Wrought-Iron-Parisian-Archm.jpg

    ...technically... but is not what I meant. Fixed.


  • Vendor

    @Obsolesce said in How M$ shakedown stupid corporations:

    Azure Resource Manager

    Oddly enough I can't find any azure documents that abbreviate it (They always use the full product name for this reason).

    Still back to the origional post. Is OP Seriously expecting new features on his 10 year old car?



  • @StorageNinja said in How M$ shakedown stupid corporations:

    @Obsolesce said in How M$ shakedown stupid corporations:

    Azure Resource Manager

    Oddly enough I can't find any azure documents that abbreviate it (They always use the full product name for this reason).

    Still back to the origional post. Is OP Seriously expecting new features on his 10 year old car?

    I see it referenced as ARM all the time, but my first thought always goes to processors



  • @Dashrender said in How M$ shakedown stupid corporations:

    @matteo-nunziati said in How M$ shakedown stupid corporations:

    @Obsolesce said in How M$ shakedown stupid corporations:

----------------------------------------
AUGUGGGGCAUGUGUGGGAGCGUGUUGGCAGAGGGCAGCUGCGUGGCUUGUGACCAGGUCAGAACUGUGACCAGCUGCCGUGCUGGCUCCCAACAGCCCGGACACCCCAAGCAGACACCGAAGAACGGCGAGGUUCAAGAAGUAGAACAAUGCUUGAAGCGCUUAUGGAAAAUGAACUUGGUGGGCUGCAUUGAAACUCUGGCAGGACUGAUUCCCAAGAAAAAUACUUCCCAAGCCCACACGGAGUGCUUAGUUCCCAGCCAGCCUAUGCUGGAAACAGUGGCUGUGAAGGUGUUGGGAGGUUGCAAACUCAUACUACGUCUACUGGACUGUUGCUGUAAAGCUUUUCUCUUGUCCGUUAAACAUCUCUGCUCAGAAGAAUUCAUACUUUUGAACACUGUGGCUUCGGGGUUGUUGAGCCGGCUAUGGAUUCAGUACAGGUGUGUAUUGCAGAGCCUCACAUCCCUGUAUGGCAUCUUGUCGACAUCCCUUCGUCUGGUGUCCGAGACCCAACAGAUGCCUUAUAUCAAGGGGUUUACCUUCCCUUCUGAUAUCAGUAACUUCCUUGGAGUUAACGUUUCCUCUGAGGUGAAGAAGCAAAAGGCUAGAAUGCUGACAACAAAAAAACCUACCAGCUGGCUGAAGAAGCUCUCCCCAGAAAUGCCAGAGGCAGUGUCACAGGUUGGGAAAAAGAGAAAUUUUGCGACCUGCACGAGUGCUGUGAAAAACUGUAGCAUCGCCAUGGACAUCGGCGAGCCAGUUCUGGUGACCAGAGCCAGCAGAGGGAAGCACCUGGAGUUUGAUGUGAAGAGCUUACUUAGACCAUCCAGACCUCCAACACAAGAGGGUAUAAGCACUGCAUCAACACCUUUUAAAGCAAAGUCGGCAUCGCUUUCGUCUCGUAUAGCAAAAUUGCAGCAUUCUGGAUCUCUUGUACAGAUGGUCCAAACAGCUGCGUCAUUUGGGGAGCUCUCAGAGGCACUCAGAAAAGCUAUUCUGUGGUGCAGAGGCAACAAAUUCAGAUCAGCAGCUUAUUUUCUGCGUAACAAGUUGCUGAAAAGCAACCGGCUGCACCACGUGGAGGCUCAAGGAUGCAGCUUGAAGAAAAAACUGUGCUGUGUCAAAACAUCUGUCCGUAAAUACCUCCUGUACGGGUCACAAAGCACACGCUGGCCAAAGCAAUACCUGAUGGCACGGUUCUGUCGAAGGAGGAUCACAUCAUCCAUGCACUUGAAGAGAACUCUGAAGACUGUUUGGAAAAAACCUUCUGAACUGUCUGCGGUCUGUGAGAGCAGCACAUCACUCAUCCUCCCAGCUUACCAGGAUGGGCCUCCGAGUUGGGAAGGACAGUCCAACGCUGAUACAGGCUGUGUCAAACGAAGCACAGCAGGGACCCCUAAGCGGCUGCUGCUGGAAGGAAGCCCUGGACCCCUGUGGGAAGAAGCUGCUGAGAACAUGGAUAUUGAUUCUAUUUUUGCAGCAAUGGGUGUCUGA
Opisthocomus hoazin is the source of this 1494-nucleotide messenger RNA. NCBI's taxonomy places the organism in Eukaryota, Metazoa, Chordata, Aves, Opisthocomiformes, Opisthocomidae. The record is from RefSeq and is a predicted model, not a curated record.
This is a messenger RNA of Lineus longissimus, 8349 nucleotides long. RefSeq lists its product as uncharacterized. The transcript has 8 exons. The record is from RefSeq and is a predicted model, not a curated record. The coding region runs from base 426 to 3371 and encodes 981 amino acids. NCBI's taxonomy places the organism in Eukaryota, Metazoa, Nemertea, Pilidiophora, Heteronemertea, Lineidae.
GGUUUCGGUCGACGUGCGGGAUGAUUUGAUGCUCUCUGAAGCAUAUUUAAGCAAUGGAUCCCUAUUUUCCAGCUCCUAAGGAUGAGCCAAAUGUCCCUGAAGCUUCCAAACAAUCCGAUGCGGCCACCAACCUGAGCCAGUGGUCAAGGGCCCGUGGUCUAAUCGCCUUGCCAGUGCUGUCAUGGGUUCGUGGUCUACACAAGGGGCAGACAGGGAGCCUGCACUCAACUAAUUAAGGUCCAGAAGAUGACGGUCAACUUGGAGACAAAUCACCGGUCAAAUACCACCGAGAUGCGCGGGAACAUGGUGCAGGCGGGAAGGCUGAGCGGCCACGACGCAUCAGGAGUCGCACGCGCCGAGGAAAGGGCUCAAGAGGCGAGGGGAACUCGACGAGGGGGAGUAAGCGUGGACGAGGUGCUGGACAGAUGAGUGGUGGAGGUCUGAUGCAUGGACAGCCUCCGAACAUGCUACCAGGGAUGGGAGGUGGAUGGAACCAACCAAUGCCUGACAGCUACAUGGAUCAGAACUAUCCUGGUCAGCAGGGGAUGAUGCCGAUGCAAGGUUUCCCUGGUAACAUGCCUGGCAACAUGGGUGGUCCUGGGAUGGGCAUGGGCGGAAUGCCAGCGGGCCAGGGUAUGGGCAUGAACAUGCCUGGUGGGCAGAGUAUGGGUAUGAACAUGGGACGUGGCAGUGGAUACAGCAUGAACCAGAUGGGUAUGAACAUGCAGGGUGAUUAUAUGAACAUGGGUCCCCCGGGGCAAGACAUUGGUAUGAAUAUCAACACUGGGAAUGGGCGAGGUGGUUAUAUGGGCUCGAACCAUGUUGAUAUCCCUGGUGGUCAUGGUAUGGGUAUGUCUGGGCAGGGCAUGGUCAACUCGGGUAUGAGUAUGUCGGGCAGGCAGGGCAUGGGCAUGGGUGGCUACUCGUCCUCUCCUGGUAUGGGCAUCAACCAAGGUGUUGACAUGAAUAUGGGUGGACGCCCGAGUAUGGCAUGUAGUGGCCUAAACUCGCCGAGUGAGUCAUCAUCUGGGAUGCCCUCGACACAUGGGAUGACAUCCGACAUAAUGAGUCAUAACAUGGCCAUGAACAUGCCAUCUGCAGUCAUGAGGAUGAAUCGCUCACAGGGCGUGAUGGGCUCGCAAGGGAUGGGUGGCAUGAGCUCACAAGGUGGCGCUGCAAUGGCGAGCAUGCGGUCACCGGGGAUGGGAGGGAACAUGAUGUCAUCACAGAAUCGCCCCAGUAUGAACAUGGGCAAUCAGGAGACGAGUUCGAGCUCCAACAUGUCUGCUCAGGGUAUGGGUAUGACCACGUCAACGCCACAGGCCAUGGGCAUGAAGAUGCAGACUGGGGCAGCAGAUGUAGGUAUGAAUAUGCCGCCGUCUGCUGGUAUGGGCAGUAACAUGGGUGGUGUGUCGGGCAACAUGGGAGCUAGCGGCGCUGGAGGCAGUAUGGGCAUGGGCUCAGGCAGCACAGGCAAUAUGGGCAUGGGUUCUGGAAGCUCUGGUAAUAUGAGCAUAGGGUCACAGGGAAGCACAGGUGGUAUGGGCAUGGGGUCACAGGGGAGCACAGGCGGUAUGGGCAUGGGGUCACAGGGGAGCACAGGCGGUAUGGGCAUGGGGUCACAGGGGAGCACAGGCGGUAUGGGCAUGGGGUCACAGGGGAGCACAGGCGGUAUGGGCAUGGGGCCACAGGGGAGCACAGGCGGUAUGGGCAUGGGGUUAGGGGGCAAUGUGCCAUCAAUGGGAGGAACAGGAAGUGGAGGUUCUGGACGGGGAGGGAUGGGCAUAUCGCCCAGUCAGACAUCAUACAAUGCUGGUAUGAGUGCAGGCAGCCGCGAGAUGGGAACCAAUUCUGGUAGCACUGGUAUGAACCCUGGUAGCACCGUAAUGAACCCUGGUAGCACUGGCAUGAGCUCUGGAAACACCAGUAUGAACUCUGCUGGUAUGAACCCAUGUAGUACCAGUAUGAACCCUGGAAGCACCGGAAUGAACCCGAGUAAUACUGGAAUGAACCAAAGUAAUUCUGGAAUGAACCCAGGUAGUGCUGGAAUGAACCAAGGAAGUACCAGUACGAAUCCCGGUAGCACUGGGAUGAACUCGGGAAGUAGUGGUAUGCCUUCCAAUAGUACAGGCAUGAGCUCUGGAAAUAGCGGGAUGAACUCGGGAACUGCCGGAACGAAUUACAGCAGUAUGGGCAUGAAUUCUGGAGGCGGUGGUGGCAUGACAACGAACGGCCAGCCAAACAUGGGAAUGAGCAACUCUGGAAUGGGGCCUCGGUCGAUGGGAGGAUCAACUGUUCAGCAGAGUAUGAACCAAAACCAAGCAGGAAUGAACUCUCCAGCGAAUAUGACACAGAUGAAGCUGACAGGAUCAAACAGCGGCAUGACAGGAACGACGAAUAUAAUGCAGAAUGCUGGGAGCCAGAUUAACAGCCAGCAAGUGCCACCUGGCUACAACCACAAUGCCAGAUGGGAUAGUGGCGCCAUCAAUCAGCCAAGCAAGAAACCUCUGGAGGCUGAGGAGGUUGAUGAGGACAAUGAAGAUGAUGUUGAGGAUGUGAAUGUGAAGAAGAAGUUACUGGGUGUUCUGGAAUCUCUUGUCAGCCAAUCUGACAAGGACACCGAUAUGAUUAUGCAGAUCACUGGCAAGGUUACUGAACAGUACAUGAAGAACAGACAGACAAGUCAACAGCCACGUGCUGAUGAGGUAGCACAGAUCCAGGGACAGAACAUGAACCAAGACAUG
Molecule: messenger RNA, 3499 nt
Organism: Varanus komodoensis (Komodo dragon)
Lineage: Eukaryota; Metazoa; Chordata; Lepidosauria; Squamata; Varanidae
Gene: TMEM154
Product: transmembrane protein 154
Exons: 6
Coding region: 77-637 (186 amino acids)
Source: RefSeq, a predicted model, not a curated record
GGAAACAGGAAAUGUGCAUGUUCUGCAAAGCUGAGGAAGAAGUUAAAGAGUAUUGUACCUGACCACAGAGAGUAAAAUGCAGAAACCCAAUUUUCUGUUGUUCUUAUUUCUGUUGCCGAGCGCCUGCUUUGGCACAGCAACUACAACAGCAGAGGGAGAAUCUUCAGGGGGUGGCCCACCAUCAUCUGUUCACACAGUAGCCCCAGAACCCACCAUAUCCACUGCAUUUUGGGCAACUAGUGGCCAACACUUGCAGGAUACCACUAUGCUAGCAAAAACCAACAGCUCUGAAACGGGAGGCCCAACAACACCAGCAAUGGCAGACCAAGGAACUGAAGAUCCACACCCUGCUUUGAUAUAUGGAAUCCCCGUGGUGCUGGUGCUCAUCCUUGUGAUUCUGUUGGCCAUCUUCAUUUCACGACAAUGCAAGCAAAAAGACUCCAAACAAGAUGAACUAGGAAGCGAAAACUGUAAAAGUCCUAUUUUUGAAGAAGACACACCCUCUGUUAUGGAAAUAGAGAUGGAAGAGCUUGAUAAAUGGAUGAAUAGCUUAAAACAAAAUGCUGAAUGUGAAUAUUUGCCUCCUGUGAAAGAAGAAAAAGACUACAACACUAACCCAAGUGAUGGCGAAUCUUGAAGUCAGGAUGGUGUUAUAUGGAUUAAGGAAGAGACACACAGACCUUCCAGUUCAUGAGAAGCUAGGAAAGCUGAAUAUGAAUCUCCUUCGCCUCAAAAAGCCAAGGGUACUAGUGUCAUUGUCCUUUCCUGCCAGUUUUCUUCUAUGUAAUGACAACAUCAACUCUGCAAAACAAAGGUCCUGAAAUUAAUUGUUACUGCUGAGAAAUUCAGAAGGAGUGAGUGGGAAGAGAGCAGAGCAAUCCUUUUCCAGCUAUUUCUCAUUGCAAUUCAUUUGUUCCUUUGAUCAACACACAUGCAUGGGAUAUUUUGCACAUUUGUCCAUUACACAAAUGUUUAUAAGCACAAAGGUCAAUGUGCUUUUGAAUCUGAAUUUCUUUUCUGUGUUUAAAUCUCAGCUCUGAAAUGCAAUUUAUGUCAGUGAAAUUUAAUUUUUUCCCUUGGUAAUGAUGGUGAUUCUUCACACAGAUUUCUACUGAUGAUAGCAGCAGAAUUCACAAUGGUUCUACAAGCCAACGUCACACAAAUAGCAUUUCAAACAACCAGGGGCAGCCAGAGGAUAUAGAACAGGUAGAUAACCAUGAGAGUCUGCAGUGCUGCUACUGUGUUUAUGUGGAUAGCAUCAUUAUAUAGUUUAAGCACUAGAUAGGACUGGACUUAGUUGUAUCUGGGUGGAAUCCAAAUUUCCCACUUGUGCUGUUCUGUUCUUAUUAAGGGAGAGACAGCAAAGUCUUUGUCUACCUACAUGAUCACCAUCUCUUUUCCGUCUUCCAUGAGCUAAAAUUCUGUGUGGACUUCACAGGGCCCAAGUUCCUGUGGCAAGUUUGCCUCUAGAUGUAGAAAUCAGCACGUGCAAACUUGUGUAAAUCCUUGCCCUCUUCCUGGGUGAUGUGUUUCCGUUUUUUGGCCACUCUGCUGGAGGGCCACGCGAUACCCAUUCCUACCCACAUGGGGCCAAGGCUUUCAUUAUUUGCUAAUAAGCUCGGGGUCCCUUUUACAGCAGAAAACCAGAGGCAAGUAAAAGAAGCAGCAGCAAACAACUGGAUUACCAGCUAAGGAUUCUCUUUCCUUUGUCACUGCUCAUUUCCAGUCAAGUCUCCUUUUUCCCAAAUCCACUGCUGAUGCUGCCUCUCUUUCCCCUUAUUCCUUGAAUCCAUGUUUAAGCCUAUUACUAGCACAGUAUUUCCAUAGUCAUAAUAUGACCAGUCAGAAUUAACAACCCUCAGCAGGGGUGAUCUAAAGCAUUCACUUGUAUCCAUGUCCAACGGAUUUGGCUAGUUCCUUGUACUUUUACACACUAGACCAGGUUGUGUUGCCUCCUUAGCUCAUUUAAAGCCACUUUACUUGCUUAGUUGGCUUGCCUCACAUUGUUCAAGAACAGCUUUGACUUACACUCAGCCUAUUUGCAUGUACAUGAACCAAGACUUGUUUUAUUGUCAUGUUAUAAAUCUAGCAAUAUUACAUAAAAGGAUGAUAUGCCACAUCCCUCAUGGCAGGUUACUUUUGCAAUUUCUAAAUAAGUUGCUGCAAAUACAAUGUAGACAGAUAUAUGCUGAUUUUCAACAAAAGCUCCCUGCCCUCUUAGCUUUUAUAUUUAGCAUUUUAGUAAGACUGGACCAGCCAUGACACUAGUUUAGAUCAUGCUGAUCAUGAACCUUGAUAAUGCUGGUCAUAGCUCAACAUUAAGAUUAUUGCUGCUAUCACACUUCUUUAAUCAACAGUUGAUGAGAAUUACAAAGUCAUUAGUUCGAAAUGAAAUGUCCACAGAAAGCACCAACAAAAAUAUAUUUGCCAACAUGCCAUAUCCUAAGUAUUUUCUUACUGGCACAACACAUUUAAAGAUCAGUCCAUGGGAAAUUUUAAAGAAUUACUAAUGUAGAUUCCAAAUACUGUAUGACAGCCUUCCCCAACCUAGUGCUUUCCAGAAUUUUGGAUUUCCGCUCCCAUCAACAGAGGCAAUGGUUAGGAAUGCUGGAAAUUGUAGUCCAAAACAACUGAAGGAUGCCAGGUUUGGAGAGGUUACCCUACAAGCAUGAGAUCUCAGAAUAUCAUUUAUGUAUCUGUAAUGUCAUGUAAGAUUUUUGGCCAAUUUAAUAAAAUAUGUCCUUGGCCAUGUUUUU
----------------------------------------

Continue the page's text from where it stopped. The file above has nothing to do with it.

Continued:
@Emad-R said in How M$ shakedown stupid corporations:

    @Dashrender

    You have not seen much of "real business" then, I cannot disclose info, but I think this corp is like multi-million revenue.

    Thats how it is ins real world, they get bloated and move slower, thats what happen when corp grow, if you keep it startup-ish vibe and "move fast and break things" you will be running the latest but not everyone is like that.

    Besides windows painfull upgrading process helps you to stick to whats running.

    And no on the client side, its all Win10 ... sadly we use Win10 to manage Linux machines 😞
    I hate that mremote/putty shit

    This is false.

    Big business makes quite an effort to stay current in the Windows world, especially if they are multi-billion $$ company. They HAVE to. It's not a choice.

    It's constant change going on, all the time. 2019 is current, when a server is needed at all. Most are really going serverless when possible, lots of SaaS, Cloud, etc.

    You might be thinking of U.S. defense companies. I mean they run old shit and pay millions and billions to maintain OAF software support.

    I have to disagree: I've recently started a job as a GE/BH oil and gas consultant and they proudly stick on win 7...